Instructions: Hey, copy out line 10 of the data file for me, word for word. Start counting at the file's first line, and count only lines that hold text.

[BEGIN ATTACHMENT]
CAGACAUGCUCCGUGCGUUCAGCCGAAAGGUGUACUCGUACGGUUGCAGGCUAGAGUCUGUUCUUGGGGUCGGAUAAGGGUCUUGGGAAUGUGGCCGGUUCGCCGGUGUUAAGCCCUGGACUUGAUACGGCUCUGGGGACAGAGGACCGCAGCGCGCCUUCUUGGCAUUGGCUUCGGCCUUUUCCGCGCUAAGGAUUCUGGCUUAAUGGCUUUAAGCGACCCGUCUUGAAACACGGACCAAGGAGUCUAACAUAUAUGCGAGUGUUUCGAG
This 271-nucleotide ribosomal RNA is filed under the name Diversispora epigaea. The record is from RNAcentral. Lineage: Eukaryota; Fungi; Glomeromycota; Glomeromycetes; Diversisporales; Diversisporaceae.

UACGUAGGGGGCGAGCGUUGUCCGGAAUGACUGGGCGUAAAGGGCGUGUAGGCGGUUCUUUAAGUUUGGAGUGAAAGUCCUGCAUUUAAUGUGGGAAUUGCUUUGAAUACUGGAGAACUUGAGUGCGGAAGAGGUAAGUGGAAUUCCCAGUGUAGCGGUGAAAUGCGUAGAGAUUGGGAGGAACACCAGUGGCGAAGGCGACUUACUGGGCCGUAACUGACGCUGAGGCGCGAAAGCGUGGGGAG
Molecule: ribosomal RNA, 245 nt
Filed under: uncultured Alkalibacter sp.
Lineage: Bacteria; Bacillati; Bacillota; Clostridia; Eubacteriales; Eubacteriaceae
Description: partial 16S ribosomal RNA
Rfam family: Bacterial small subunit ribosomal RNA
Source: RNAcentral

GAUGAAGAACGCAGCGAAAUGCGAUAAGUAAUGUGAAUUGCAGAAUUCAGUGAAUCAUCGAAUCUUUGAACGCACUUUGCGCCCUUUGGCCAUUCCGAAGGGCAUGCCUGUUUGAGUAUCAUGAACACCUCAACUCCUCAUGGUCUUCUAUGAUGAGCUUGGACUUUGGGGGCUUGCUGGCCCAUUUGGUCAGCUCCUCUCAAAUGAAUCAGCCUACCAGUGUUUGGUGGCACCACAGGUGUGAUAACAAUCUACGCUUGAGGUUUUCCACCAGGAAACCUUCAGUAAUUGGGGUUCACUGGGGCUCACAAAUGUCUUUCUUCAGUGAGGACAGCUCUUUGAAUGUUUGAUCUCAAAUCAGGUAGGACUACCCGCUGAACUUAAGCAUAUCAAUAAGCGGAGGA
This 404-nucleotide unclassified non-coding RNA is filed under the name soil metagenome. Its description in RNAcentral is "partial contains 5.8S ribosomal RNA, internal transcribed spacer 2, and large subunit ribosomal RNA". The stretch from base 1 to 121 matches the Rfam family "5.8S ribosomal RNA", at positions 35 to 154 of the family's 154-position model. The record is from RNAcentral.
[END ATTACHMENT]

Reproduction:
GAUGAAGAACGCAGCGAAAUGCGAUAAGUAAUGUGAAUUGCAGAAUUCAGUGAAUCAUCGAAUCUUUGAACGCACUUUGCGCCCUUUGGCCAUUCCGAAGGGCAUGCCUGUUUGAGUAUCAUGAACACCUCAACUCCUCAUGGUCUUCUAUGAUGAGCUUGGACUUUGGGGGCUUGCUGGCCCAUUUGGUCAGCUCCUCUCAAAUGAAUCAGCCUACCAGUGUUUGGUGGCACCACAGGUGUGAUAACAAUCUACGCUUGAGGUUUUCCACCAGGAAACCUUCAGUAAUUGGGGUUCACUGGGGCUCACAAAUGUCUUUCUUCAGUGAGGACAGCUCUUUGAAUGUUUGAUCUCAAAUCAGGUAGGACUACCCGCUGAACUUAAGCAUAUCAAUAAGCGGAGGA